After the Ducks’ 38-3 loss at Washington in early November, Royce Freeman spoke to the media with a football tucked under his left arm.

“Coach [Donte Pimpleton] makes us carry it around,” Freeman said. “It’s my duty to carry it until I get back to Eugene.”

If anyone has carried Oregon through the ups and downs of the past four years, it’s been Freeman.

Freeman has seen it all during his time at Oregon. He nearly cut his collegiate career short to head to the pros but ultimately decided to return for his senior season to play for head coach Willie Taggart. He returned to Oregon as a team captain, and he has served as a leader for the Ducks in his final year in college football, further cementing his place in Oregon history.

“He’s meant a lot,” Pimpleton said. “Most productive back in school history, you know, he’s a great guy on top of that which makes it even better. So when you get a guy like that, they don’t come around that often.”

Soon after Taggart took the job at Oregon, he traveled to Imperial, California — one of several trips Taggart took to the town of 17,000 — to meet with Freeman to try and persuade him to return to Eugene for his senior season. It took some convincing, but in the end, Freeman returned.

“He just came down so many times, it showed me his want for me to go to that school,” Freeman said after deciding to return. “I appreciated that because he came down to this remote place.”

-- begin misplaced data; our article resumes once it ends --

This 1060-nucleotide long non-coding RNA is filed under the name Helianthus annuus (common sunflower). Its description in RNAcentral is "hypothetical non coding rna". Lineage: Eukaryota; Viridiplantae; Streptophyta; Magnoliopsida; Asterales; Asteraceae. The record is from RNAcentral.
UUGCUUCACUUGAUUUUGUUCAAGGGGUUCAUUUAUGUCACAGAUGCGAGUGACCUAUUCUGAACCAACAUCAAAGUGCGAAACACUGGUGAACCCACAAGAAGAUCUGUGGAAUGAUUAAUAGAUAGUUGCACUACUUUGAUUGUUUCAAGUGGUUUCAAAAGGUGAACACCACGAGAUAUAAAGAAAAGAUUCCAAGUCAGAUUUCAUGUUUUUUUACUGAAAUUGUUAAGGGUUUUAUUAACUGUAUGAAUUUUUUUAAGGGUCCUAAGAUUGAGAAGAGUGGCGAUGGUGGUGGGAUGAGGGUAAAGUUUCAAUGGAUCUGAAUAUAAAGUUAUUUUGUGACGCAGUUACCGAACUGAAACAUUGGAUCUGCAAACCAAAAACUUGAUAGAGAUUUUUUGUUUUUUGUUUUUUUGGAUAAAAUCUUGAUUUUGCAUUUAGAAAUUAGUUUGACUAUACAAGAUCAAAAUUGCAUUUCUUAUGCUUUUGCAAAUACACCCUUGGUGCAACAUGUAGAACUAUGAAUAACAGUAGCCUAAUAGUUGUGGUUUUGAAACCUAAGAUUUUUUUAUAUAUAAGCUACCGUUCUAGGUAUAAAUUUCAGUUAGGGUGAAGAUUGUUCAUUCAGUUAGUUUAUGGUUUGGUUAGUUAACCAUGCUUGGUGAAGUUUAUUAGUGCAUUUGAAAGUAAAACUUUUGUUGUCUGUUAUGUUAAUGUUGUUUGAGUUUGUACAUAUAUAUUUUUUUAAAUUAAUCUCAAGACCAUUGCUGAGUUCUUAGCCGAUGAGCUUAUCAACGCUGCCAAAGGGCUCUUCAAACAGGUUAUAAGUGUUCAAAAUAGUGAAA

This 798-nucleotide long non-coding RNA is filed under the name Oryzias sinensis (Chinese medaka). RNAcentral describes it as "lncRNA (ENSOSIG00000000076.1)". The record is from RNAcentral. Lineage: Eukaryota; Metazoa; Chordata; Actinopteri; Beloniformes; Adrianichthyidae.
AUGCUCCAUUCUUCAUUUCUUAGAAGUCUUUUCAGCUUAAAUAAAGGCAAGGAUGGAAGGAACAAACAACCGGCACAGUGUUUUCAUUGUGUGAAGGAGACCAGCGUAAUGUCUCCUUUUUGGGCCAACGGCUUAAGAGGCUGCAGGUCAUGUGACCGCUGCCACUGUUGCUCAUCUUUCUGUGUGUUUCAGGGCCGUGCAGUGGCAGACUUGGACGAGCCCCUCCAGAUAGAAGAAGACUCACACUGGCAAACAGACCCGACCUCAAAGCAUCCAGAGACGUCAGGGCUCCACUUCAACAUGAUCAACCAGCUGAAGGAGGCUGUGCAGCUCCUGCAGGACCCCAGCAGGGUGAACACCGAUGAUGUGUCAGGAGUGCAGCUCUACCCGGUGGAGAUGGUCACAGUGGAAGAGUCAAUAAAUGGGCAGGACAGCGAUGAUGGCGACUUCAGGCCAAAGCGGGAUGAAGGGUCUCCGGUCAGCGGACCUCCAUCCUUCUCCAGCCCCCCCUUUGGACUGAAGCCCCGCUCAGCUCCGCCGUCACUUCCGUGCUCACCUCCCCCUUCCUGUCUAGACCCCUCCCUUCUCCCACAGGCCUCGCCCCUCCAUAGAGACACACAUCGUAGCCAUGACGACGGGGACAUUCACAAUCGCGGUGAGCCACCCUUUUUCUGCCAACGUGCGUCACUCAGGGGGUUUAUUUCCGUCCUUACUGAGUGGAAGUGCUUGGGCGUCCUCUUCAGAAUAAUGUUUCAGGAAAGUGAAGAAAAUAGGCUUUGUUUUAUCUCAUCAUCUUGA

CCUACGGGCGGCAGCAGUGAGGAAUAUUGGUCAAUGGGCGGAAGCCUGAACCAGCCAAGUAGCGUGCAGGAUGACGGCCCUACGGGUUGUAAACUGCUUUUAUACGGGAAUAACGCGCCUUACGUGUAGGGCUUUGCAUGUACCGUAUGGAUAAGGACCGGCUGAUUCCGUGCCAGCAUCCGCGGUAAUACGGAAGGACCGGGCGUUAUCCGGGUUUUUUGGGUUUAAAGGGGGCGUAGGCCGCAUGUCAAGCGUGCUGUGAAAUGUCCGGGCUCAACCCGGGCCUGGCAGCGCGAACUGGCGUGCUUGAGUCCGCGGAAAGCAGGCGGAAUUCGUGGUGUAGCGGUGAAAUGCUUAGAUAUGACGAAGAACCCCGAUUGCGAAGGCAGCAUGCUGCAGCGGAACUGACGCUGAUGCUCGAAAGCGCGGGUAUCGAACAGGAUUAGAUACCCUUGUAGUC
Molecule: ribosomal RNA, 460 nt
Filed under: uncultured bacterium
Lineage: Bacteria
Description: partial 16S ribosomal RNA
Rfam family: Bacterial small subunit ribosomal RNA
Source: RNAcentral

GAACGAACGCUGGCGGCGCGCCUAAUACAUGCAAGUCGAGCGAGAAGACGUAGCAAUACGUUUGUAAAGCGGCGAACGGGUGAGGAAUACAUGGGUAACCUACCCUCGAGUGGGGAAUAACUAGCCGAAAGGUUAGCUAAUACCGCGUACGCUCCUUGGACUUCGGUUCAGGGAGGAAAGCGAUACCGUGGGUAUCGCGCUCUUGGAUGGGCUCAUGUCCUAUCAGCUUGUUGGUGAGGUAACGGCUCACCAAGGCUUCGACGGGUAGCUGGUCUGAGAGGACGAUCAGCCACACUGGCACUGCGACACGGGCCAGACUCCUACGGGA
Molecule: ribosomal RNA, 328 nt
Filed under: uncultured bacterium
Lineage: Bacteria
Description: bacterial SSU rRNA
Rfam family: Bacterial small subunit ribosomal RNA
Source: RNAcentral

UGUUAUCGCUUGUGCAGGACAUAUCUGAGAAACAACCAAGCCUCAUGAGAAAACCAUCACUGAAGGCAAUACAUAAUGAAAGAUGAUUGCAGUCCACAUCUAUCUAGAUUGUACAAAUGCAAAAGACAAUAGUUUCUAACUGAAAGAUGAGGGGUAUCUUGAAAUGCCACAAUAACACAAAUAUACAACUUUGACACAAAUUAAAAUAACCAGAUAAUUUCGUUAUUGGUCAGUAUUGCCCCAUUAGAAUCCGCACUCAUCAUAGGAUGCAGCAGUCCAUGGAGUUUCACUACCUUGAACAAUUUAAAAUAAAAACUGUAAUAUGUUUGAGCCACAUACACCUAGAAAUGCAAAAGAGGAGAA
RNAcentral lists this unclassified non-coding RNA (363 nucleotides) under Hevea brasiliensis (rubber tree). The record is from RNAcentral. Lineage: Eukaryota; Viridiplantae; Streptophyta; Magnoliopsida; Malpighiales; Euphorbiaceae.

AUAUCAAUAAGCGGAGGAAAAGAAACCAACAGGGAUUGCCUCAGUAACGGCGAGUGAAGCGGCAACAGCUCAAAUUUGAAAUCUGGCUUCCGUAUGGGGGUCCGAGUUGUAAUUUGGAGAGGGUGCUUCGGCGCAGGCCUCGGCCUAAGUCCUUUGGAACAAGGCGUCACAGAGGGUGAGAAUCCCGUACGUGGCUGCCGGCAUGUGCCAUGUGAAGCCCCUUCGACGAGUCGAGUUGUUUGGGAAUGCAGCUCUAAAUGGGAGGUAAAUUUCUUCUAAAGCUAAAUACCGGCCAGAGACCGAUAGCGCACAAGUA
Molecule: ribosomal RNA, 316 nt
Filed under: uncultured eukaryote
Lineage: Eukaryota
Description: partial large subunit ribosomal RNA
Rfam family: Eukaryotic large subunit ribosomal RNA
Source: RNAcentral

Oregon Ducks running back Royce Freeman (21) avoiding a tackle tackled. The Oregon Ducks host the Utah Utes at Autzen Stadium in Eugene, Ore. on Saturday, Oct. 28, 2017. (Ben Green/Emerald)

At the start of the season, Freeman focused on getting the program back on track. The previous season was disappointing for both Freeman and the Ducks and featured a plethora of injuries and brutal losses. Freeman wanted to lead the once-top program back to glory.

That and the possibility of breaking Oregon records lured him back.

“It’d be very special,” Freeman said before the season on the potential of becoming Oregon’s all-time rushing leader. “It’d be an honor and something I’d relish for the rest of my career.”

Freeman achieved that feat in October, adding to an already exhaustive list of Oregon rushing records he owns. He’s currently Oregon’s all-time leader in rushing touchdowns and set the single-season rushing yards record in 2015. But exceeding LaMichael James’ 5,082 career rushing yards was the feather in the cap for Freeman.

“I’m pretty sure it means a lot to him, but he keeps it under wraps,” cornerback and Freeman’s former roommate Arrion Springs said. “I tried to bring it up to him like ‘congratulations,’ and he was like, ‘Yeah, whatever.’ He’s just trying to keep working.”

With 1,243 yards on 206 carries this season, Freeman is miles ahead of everyone else on the team. The next best is Kani Benoit, who has 466 yards.

“He gets the technical stuff that he needs to do to be the lead back that he is and achieve his goals,” Pimpleton said. “Talent-wise he has it all. All the tools, he has it. It’s just tweaking and refining some of the things he needs to do fundamentally.”